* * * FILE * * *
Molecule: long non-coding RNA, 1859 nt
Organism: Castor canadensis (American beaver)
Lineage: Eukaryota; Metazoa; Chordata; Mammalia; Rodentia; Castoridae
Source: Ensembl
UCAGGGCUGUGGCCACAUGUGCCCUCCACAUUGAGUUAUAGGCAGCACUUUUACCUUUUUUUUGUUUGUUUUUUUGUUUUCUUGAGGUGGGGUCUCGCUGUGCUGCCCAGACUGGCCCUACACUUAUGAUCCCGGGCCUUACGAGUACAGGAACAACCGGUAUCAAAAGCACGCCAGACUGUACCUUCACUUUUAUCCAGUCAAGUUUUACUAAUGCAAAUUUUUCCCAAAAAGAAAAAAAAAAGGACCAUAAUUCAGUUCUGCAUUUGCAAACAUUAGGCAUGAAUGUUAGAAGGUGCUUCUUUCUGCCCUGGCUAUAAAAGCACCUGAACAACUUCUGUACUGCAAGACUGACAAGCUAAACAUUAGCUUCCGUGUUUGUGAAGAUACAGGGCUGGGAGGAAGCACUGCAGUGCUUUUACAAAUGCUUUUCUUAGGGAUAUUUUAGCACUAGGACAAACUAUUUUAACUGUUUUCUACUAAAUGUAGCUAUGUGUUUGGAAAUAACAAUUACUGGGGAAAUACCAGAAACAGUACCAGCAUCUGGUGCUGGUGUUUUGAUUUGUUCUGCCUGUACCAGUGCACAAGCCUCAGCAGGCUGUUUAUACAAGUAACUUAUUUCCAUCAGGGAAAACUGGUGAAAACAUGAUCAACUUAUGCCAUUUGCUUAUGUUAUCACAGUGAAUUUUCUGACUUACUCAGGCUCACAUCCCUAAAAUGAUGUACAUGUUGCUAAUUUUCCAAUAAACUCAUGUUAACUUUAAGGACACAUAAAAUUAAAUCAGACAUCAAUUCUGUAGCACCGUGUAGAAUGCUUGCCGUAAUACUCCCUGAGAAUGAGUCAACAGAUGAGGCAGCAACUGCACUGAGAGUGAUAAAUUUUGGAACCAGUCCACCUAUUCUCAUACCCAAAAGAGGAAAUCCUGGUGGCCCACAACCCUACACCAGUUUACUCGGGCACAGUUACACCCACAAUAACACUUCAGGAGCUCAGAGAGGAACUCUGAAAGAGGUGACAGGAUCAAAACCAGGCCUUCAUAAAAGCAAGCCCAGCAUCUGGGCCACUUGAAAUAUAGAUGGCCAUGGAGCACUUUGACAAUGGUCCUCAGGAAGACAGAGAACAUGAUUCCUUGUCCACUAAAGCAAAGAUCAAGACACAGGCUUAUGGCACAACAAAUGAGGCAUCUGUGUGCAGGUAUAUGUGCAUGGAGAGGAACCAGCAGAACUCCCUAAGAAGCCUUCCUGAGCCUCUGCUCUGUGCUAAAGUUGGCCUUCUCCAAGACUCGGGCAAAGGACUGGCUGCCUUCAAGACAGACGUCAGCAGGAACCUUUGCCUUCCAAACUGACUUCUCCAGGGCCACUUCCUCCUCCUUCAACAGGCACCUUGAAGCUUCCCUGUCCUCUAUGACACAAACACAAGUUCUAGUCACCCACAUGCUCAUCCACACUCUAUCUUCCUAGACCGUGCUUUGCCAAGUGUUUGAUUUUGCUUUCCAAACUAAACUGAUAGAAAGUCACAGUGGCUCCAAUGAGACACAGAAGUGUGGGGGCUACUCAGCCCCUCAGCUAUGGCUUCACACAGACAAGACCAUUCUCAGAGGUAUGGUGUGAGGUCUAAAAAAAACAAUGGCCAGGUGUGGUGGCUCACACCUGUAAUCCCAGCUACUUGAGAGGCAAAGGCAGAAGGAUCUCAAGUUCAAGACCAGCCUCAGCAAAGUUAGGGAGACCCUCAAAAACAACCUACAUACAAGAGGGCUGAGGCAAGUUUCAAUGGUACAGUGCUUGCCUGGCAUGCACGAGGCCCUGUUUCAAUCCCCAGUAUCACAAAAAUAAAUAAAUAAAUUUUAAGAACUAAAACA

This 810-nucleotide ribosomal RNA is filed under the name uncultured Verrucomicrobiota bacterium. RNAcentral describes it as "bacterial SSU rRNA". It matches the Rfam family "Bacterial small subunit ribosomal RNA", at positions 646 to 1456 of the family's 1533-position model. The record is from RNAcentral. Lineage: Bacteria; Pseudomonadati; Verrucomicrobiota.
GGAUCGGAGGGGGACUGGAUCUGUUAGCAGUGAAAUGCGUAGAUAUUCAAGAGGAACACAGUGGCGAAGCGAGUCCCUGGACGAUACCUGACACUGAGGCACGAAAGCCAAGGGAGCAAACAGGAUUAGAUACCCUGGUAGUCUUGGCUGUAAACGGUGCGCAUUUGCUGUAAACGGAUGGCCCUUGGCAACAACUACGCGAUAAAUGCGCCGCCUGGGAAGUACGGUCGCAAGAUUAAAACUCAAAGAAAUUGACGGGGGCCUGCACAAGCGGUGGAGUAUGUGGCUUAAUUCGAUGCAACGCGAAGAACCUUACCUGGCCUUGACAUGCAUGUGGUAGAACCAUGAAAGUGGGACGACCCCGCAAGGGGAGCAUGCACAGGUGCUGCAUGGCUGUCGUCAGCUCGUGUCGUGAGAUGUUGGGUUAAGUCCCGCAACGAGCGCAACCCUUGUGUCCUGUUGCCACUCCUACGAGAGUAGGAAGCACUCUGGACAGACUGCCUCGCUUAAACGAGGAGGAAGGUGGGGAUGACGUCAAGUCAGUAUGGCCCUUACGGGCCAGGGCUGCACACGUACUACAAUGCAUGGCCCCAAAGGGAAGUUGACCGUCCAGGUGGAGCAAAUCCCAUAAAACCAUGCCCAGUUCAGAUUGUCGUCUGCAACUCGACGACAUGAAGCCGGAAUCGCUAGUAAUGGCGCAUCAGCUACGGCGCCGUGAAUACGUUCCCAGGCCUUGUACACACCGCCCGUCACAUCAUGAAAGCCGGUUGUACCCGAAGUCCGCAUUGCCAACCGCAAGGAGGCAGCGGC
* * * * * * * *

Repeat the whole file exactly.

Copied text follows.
Molecule: long non-coding RNA, 1859 nt
Organism: Castor canadensis (American beaver)
Lineage: Eukaryota; Metazoa; Chordata; Mammalia; Rodentia; Castoridae
Source: Ensembl
UCAGGGCUGUGGCCACAUGUGCCCUCCACAUUGAGUUAUAGGCAGCACUUUUACCUUUUUUUUGUUUGUUUUUUUGUUUUCUUGAGGUGGGGUCUCGCUGUGCUGCCCAGACUGGCCCUACACUUAUGAUCCCGGGCCUUACGAGUACAGGAACAACCGGUAUCAAAAGCACGCCAGACUGUACCUUCACUUUUAUCCAGUCAAGUUUUACUAAUGCAAAUUUUUCCCAAAAAGAAAAAAAAAAGGACCAUAAUUCAGUUCUGCAUUUGCAAACAUUAGGCAUGAAUGUUAGAAGGUGCUUCUUUCUGCCCUGGCUAUAAAAGCACCUGAACAACUUCUGUACUGCAAGACUGACAAGCUAAACAUUAGCUUCCGUGUUUGUGAAGAUACAGGGCUGGGAGGAAGCACUGCAGUGCUUUUACAAAUGCUUUUCUUAGGGAUAUUUUAGCACUAGGACAAACUAUUUUAACUGUUUUCUACUAAAUGUAGCUAUGUGUUUGGAAAUAACAAUUACUGGGGAAAUACCAGAAACAGUACCAGCAUCUGGUGCUGGUGUUUUGAUUUGUUCUGCCUGUACCAGUGCACAAGCCUCAGCAGGCUGUUUAUACAAGUAACUUAUUUCCAUCAGGGAAAACUGGUGAAAACAUGAUCAACUUAUGCCAUUUGCUUAUGUUAUCACAGUGAAUUUUCUGACUUACUCAGGCUCACAUCCCUAAAAUGAUGUACAUGUUGCUAAUUUUCCAAUAAACUCAUGUUAACUUUAAGGACACAUAAAAUUAAAUCAGACAUCAAUUCUGUAGCACCGUGUAGAAUGCUUGCCGUAAUACUCCCUGAGAAUGAGUCAACAGAUGAGGCAGCAACUGCACUGAGAGUGAUAAAUUUUGGAACCAGUCCACCUAUUCUCAUACCCAAAAGAGGAAAUCCUGGUGGCCCACAACCCUACACCAGUUUACUCGGGCACAGUUACACCCACAAUAACACUUCAGGAGCUCAGAGAGGAACUCUGAAAGAGGUGACAGGAUCAAAACCAGGCCUUCAUAAAAGCAAGCCCAGCAUCUGGGCCACUUGAAAUAUAGAUGGCCAUGGAGCACUUUGACAAUGGUCCUCAGGAAGACAGAGAACAUGAUUCCUUGUCCACUAAAGCAAAGAUCAAGACACAGGCUUAUGGCACAACAAAUGAGGCAUCUGUGUGCAGGUAUAUGUGCAUGGAGAGGAACCAGCAGAACUCCCUAAGAAGCCUUCCUGAGCCUCUGCUCUGUGCUAAAGUUGGCCUUCUCCAAGACUCGGGCAAAGGACUGGCUGCCUUCAAGACAGACGUCAGCAGGAACCUUUGCCUUCCAAACUGACUUCUCCAGGGCCACUUCCUCCUCCUUCAACAGGCACCUUGAAGCUUCCCUGUCCUCUAUGACACAAACACAAGUUCUAGUCACCCACAUGCUCAUCCACACUCUAUCUUCCUAGACCGUGCUUUGCCAAGUGUUUGAUUUUGCUUUCCAAACUAAACUGAUAGAAAGUCACAGUGGCUCCAAUGAGACACAGAAGUGUGGGGGCUACUCAGCCCCUCAGCUAUGGCUUCACACAGACAAGACCAUUCUCAGAGGUAUGGUGUGAGGUCUAAAAAAAACAAUGGCCAGGUGUGGUGGCUCACACCUGUAAUCCCAGCUACUUGAGAGGCAAAGGCAGAAGGAUCUCAAGUUCAAGACCAGCCUCAGCAAAGUUAGGGAGACCCUCAAAAACAACCUACAUACAAGAGGGCUGAGGCAAGUUUCAAUGGUACAGUGCUUGCCUGGCAUGCACGAGGCCCUGUUUCAAUCCCCAGUAUCACAAAAAUAAAUAAAUAAAUUUUAAGAACUAAAACA

This 810-nucleotide ribosomal RNA is filed under the name uncultured Verrucomicrobiota bacterium. RNAcentral describes it as "bacterial SSU rRNA". It matches the Rfam family "Bacterial small subunit ribosomal RNA", at positions 646 to 1456 of the family's 1533-position model. The record is from RNAcentral. Lineage: Bacteria; Pseudomonadati; Verrucomicrobiota.
GGAUCGGAGGGGGACUGGAUCUGUUAGCAGUGAAAUGCGUAGAUAUUCAAGAGGAACACAGUGGCGAAGCGAGUCCCUGGACGAUACCUGACACUGAGGCACGAAAGCCAAGGGAGCAAACAGGAUUAGAUACCCUGGUAGUCUUGGCUGUAAACGGUGCGCAUUUGCUGUAAACGGAUGGCCCUUGGCAACAACUACGCGAUAAAUGCGCCGCCUGGGAAGUACGGUCGCAAGAUUAAAACUCAAAGAAAUUGACGGGGGCCUGCACAAGCGGUGGAGUAUGUGGCUUAAUUCGAUGCAACGCGAAGAACCUUACCUGGCCUUGACAUGCAUGUGGUAGAACCAUGAAAGUGGGACGACCCCGCAAGGGGAGCAUGCACAGGUGCUGCAUGGCUGUCGUCAGCUCGUGUCGUGAGAUGUUGGGUUAAGUCCCGCAACGAGCGCAACCCUUGUGUCCUGUUGCCACUCCUACGAGAGUAGGAAGCACUCUGGACAGACUGCCUCGCUUAAACGAGGAGGAAGGUGGGGAUGACGUCAAGUCAGUAUGGCCCUUACGGGCCAGGGCUGCACACGUACUACAAUGCAUGGCCCCAAAGGGAAGUUGACCGUCCAGGUGGAGCAAAUCCCAUAAAACCAUGCCCAGUUCAGAUUGUCGUCUGCAACUCGACGACAUGAAGCCGGAAUCGCUAGUAAUGGCGCAUCAGCUACGGCGCCGUGAAUACGUUCCCAGGCCUUGUACACACCGCCCGUCACAUCAUGAAAGCCGGUUGUACCCGAAGUCCGCAUUGCCAACCGCAAGGAGGCAGCGGC